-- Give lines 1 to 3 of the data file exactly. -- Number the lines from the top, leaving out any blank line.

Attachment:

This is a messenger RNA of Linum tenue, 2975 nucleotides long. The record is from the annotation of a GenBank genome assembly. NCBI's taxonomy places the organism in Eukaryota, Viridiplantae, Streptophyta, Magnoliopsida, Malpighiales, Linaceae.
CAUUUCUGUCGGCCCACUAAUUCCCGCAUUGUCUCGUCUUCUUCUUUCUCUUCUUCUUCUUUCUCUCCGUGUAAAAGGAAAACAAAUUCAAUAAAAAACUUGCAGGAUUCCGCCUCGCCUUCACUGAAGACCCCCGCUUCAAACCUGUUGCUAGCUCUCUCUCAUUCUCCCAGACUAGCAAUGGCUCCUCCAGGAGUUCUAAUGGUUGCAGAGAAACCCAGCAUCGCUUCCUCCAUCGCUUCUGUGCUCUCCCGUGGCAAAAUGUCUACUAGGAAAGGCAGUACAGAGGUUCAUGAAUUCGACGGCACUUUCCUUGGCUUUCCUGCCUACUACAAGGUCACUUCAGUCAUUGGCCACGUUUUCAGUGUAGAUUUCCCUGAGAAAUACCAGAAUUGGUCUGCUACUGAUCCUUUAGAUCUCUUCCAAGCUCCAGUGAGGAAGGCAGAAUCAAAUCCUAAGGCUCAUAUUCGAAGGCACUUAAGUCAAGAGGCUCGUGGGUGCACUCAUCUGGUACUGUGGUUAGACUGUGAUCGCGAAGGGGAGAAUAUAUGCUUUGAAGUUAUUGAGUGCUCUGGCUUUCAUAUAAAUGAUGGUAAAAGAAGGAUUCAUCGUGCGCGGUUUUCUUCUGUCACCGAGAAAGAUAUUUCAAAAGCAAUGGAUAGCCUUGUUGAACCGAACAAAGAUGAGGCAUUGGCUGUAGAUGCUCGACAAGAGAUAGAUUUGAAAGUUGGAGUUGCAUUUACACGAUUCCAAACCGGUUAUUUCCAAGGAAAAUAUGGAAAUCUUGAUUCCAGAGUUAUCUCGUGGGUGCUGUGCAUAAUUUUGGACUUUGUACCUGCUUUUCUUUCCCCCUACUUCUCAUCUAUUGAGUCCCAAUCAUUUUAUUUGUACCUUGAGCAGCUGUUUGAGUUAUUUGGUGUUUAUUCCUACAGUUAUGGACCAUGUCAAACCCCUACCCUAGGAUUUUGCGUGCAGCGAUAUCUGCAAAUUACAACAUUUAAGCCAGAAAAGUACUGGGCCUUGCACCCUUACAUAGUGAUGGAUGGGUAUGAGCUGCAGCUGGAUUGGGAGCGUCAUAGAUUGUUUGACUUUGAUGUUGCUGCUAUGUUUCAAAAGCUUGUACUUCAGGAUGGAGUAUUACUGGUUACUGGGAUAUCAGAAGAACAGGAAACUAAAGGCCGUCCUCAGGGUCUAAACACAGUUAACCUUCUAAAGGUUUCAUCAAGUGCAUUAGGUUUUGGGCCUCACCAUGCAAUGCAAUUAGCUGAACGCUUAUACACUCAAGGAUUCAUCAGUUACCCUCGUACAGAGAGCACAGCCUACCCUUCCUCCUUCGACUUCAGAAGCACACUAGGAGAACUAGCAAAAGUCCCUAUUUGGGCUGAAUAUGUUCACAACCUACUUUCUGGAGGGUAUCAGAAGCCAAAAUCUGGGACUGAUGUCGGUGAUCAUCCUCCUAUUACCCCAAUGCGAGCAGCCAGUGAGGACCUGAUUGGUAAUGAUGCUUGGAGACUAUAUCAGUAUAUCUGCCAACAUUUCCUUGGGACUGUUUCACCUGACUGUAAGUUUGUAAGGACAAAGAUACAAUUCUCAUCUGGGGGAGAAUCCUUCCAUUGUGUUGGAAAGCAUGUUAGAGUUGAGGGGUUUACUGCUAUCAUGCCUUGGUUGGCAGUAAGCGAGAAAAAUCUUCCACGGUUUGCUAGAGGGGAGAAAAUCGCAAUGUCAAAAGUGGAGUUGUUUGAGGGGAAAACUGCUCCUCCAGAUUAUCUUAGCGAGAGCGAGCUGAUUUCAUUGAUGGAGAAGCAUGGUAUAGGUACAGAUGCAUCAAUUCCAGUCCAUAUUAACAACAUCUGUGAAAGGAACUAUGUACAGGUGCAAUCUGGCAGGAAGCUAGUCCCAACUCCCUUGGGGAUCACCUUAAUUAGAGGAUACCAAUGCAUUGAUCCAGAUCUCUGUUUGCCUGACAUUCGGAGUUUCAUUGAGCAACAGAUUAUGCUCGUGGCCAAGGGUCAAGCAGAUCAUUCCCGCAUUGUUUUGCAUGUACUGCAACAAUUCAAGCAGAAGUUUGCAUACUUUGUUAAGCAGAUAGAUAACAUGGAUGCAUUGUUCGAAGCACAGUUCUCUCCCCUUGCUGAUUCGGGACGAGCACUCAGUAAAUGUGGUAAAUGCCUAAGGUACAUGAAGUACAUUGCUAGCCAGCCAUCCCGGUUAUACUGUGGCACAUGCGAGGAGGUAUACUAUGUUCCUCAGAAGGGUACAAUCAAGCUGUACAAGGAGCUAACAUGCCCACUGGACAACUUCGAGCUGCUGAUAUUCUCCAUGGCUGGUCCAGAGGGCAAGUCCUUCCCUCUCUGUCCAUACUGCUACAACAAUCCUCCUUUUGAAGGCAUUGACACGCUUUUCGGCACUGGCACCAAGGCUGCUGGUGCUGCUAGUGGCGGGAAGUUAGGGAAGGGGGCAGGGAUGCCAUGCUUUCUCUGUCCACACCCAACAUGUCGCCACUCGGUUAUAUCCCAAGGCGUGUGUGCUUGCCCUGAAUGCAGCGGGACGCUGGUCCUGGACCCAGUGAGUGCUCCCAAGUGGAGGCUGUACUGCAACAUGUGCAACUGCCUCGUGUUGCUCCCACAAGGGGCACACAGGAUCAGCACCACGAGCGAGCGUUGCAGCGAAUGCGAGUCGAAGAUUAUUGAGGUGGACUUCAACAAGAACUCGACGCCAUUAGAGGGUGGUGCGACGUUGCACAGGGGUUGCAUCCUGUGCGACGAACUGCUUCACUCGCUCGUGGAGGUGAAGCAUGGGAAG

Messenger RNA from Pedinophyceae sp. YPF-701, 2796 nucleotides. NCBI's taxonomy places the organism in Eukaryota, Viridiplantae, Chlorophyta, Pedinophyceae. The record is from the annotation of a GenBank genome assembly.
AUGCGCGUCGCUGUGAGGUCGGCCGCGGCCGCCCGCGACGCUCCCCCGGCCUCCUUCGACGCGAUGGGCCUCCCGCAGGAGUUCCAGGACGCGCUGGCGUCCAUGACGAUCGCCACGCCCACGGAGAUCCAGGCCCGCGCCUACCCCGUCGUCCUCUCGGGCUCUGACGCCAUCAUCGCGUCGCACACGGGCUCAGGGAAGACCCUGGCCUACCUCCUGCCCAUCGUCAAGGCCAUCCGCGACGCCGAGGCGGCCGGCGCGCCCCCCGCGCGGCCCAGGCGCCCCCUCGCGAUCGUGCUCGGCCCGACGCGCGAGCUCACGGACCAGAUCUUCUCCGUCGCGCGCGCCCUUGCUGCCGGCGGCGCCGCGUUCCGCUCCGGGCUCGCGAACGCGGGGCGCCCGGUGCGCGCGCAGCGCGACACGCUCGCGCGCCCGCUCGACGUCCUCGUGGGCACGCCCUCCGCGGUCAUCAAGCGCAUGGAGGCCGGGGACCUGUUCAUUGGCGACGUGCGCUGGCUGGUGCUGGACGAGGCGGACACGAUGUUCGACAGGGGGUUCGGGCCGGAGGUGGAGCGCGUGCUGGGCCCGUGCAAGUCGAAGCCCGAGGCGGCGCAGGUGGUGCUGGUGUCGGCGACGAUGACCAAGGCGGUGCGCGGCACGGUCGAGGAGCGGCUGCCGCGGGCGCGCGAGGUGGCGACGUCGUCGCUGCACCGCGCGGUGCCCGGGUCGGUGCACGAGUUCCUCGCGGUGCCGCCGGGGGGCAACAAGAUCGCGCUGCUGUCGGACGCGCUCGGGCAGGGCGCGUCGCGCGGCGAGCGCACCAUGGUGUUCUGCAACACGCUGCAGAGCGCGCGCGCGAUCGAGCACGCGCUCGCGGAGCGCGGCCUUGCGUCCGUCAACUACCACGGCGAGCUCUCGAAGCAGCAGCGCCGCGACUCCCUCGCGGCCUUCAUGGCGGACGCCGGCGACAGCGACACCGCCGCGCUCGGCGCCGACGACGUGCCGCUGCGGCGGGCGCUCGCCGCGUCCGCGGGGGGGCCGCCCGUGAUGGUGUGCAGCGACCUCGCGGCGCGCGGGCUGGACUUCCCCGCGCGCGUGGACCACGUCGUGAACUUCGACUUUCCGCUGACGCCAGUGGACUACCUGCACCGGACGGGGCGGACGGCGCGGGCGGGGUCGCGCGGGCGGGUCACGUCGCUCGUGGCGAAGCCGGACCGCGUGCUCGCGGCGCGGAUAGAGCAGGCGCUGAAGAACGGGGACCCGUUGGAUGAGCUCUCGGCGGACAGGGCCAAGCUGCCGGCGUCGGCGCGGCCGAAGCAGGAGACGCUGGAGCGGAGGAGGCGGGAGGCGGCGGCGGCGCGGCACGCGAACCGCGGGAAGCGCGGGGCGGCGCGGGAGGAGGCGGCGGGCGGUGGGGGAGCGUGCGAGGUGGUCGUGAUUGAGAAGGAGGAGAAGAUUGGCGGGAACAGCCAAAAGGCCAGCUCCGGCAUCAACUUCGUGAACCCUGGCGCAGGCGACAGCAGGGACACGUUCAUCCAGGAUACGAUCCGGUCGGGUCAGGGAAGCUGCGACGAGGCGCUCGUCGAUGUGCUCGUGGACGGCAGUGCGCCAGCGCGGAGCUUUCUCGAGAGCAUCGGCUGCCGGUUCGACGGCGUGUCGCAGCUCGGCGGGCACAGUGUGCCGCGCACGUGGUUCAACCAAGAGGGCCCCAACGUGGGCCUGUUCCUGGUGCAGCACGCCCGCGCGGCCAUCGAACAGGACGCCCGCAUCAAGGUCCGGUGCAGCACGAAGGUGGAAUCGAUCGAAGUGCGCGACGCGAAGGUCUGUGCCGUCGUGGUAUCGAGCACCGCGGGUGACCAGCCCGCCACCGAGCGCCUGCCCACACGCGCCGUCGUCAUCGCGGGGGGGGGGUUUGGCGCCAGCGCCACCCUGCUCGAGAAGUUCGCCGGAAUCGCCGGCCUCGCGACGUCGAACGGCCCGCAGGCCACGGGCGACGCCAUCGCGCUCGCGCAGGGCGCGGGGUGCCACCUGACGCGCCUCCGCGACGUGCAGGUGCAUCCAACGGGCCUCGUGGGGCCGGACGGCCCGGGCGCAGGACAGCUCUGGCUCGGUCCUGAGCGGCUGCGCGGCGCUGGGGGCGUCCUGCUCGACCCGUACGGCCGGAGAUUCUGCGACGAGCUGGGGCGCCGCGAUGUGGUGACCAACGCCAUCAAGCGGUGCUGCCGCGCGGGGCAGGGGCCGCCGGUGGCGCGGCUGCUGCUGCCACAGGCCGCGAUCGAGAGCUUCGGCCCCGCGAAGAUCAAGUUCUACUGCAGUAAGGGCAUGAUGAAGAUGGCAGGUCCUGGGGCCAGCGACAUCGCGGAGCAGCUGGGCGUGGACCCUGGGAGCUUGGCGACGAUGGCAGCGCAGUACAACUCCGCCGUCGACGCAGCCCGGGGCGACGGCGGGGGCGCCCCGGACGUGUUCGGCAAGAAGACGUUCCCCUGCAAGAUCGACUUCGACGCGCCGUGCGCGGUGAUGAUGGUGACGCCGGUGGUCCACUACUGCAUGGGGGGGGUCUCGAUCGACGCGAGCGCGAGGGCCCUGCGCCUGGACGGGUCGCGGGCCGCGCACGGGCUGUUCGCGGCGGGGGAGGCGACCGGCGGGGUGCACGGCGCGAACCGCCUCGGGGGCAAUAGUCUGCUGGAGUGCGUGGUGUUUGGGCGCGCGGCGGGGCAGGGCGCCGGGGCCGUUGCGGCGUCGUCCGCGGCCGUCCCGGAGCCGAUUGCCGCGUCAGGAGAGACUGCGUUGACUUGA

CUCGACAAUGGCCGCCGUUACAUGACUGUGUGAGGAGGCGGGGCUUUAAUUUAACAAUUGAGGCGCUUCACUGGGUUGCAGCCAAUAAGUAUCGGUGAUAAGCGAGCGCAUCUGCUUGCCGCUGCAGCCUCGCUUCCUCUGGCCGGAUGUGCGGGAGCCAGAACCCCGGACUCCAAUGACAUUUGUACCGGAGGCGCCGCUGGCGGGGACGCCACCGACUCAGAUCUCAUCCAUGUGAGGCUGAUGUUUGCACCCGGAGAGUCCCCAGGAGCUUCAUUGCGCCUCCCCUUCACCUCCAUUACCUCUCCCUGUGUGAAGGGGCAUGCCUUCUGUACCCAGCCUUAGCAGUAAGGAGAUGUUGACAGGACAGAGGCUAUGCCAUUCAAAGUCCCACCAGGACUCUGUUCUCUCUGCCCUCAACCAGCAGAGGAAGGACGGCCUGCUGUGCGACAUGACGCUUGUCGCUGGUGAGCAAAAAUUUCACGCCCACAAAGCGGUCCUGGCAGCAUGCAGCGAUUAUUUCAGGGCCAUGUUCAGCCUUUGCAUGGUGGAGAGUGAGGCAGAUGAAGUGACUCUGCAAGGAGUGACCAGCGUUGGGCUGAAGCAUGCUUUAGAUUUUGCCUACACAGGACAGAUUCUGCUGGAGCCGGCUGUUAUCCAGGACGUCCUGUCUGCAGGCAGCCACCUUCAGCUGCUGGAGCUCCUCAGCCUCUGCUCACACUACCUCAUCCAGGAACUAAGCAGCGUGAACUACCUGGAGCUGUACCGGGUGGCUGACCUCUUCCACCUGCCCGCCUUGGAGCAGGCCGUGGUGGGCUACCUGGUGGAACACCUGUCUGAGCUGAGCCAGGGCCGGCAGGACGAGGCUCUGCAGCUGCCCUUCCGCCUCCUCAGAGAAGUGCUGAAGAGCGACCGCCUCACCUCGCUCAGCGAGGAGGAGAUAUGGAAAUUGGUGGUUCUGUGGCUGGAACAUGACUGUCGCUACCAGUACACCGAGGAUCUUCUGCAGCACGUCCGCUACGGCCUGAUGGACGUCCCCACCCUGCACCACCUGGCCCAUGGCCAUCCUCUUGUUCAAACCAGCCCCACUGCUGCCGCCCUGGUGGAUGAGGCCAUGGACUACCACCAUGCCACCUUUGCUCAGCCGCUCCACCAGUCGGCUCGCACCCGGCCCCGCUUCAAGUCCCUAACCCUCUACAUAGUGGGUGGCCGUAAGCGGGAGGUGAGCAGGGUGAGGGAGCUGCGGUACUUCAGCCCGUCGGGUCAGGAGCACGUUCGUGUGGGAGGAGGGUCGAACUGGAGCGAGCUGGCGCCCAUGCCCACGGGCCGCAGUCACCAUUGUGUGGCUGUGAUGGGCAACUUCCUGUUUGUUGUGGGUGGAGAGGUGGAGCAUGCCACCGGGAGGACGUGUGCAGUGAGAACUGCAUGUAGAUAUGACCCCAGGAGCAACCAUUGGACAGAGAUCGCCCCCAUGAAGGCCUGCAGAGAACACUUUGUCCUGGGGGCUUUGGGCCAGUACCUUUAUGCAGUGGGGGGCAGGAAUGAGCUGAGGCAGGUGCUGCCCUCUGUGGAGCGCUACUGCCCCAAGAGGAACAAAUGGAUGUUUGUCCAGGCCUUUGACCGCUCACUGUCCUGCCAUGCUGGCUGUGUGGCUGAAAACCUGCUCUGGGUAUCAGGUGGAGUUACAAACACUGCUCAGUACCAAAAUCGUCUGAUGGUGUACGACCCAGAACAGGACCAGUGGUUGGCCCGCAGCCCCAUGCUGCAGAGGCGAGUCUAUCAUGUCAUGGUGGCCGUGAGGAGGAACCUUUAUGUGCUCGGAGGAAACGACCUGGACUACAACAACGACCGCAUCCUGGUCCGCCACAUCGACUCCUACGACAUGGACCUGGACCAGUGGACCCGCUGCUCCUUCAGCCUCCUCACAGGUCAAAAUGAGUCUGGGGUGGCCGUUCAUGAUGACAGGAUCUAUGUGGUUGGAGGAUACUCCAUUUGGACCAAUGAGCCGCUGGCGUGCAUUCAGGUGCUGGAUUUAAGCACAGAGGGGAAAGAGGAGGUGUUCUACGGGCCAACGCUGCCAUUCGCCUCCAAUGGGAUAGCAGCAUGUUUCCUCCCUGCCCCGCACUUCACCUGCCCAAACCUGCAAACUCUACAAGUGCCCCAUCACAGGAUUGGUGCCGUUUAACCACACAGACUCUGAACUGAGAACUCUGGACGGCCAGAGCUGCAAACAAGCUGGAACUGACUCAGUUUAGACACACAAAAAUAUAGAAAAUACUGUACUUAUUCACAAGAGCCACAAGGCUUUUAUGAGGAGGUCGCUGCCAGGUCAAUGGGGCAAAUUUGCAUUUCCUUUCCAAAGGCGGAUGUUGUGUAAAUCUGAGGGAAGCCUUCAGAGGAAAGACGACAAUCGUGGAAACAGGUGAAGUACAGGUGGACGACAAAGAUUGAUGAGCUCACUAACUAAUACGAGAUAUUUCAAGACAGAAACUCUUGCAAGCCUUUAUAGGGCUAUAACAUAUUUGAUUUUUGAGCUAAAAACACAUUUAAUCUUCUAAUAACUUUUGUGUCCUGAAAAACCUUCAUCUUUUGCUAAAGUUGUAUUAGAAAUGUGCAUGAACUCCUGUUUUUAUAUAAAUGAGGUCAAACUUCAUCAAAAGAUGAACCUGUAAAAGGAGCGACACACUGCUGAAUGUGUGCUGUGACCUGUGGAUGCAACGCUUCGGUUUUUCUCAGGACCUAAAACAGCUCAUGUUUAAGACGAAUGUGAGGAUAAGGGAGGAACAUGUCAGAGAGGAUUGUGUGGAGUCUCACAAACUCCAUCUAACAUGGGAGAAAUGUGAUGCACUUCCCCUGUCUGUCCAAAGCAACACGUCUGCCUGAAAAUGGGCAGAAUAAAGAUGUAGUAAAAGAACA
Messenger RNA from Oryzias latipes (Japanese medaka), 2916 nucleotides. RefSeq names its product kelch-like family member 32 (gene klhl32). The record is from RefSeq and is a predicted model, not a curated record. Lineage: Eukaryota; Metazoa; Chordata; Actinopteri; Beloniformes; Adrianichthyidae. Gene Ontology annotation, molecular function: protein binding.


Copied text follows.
This is a messenger RNA of Linum tenue, 2975 nucleotides long. The record is from the annotation of a GenBank genome assembly. NCBI's taxonomy places the organism in Eukaryota, Viridiplantae, Streptophyta, Magnoliopsida, Malpighiales, Linaceae.
CAUUUCUGUCGGCCCACUAAUUCCCGCAUUGUCUCGUCUUCUUCUUUCUCUUCUUCUUCUUUCUCUCCGUGUAAAAGGAAAACAAAUUCAAUAAAAAACUUGCAGGAUUCCGCCUCGCCUUCACUGAAGACCCCCGCUUCAAACCUGUUGCUAGCUCUCUCUCAUUCUCCCAGACUAGCAAUGGCUCCUCCAGGAGUUCUAAUGGUUGCAGAGAAACCCAGCAUCGCUUCCUCCAUCGCUUCUGUGCUCUCCCGUGGCAAAAUGUCUACUAGGAAAGGCAGUACAGAGGUUCAUGAAUUCGACGGCACUUUCCUUGGCUUUCCUGCCUACUACAAGGUCACUUCAGUCAUUGGCCACGUUUUCAGUGUAGAUUUCCCUGAGAAAUACCAGAAUUGGUCUGCUACUGAUCCUUUAGAUCUCUUCCAAGCUCCAGUGAGGAAGGCAGAAUCAAAUCCUAAGGCUCAUAUUCGAAGGCACUUAAGUCAAGAGGCUCGUGGGUGCACUCAUCUGGUACUGUGGUUAGACUGUGAUCGCGAAGGGGAGAAUAUAUGCUUUGAAGUUAUUGAGUGCUCUGGCUUUCAUAUAAAUGAUGGUAAAAGAAGGAUUCAUCGUGCGCGGUUUUCUUCUGUCACCGAGAAAGAUAUUUCAAAAGCAAUGGAUAGCCUUGUUGAACCGAACAAAGAUGAGGCAUUGGCUGUAGAUGCUCGACAAGAGAUAGAUUUGAAAGUUGGAGUUGCAUUUACACGAUUCCAAACCGGUUAUUUCCAAGGAAAAUAUGGAAAUCUUGAUUCCAGAGUUAUCUCGUGGGUGCUGUGCAUAAUUUUGGACUUUGUACCUGCUUUUCUUUCCCCCUACUUCUCAUCUAUUGAGUCCCAAUCAUUUUAUUUGUACCUUGAGCAGCUGUUUGAGUUAUUUGGUGUUUAUUCCUACAGUUAUGGACCAUGUCAAACCCCUACCCUAGGAUUUUGCGUGCAGCGAUAUCUGCAAAUUACAACAUUUAAGCCAGAAAAGUACUGGGCCUUGCACCCUUACAUAGUGAUGGAUGGGUAUGAGCUGCAGCUGGAUUGGGAGCGUCAUAGAUUGUUUGACUUUGAUGUUGCUGCUAUGUUUCAAAAGCUUGUACUUCAGGAUGGAGUAUUACUGGUUACUGGGAUAUCAGAAGAACAGGAAACUAAAGGCCGUCCUCAGGGUCUAAACACAGUUAACCUUCUAAAGGUUUCAUCAAGUGCAUUAGGUUUUGGGCCUCACCAUGCAAUGCAAUUAGCUGAACGCUUAUACACUCAAGGAUUCAUCAGUUACCCUCGUACAGAGAGCACAGCCUACCCUUCCUCCUUCGACUUCAGAAGCACACUAGGAGAACUAGCAAAAGUCCCUAUUUGGGCUGAAUAUGUUCACAACCUACUUUCUGGAGGGUAUCAGAAGCCAAAAUCUGGGACUGAUGUCGGUGAUCAUCCUCCUAUUACCCCAAUGCGAGCAGCCAGUGAGGACCUGAUUGGUAAUGAUGCUUGGAGACUAUAUCAGUAUAUCUGCCAACAUUUCCUUGGGACUGUUUCACCUGACUGUAAGUUUGUAAGGACAAAGAUACAAUUCUCAUCUGGGGGAGAAUCCUUCCAUUGUGUUGGAAAGCAUGUUAGAGUUGAGGGGUUUACUGCUAUCAUGCCUUGGUUGGCAGUAAGCGAGAAAAAUCUUCCACGGUUUGCUAGAGGGGAGAAAAUCGCAAUGUCAAAAGUGGAGUUGUUUGAGGGGAAAACUGCUCCUCCAGAUUAUCUUAGCGAGAGCGAGCUGAUUUCAUUGAUGGAGAAGCAUGGUAUAGGUACAGAUGCAUCAAUUCCAGUCCAUAUUAACAACAUCUGUGAAAGGAACUAUGUACAGGUGCAAUCUGGCAGGAAGCUAGUCCCAACUCCCUUGGGGAUCACCUUAAUUAGAGGAUACCAAUGCAUUGAUCCAGAUCUCUGUUUGCCUGACAUUCGGAGUUUCAUUGAGCAACAGAUUAUGCUCGUGGCCAAGGGUCAAGCAGAUCAUUCCCGCAUUGUUUUGCAUGUACUGCAACAAUUCAAGCAGAAGUUUGCAUACUUUGUUAAGCAGAUAGAUAACAUGGAUGCAUUGUUCGAAGCACAGUUCUCUCCCCUUGCUGAUUCGGGACGAGCACUCAGUAAAUGUGGUAAAUGCCUAAGGUACAUGAAGUACAUUGCUAGCCAGCCAUCCCGGUUAUACUGUGGCACAUGCGAGGAGGUAUACUAUGUUCCUCAGAAGGGUACAAUCAAGCUGUACAAGGAGCUAACAUGCCCACUGGACAACUUCGAGCUGCUGAUAUUCUCCAUGGCUGGUCCAGAGGGCAAGUCCUUCCCUCUCUGUCCAUACUGCUACAACAAUCCUCCUUUUGAAGGCAUUGACACGCUUUUCGGCACUGGCACCAAGGCUGCUGGUGCUGCUAGUGGCGGGAAGUUAGGGAAGGGGGCAGGGAUGCCAUGCUUUCUCUGUCCACACCCAACAUGUCGCCACUCGGUUAUAUCCCAAGGCGUGUGUGCUUGCCCUGAAUGCAGCGGGACGCUGGUCCUGGACCCAGUGAGUGCUCCCAAGUGGAGGCUGUACUGCAACAUGUGCAACUGCCUCGUGUUGCUCCCACAAGGGGCACACAGGAUCAGCACCACGAGCGAGCGUUGCAGCGAAUGCGAGUCGAAGAUUAUUGAGGUGGACUUCAACAAGAACUCGACGCCAUUAGAGGGUGGUGCGACGUUGCACAGGGGUUGCAUCCUGUGCGACGAACUGCUUCACUCGCUCGUGGAGGUGAAGCAUGGGAAG

Messenger RNA from Pedinophyceae sp. YPF-701, 2796 nucleotides. NCBI's taxonomy places the organism in Eukaryota, Viridiplantae, Chlorophyta, Pedinophyceae. The record is from the annotation of a GenBank genome assembly.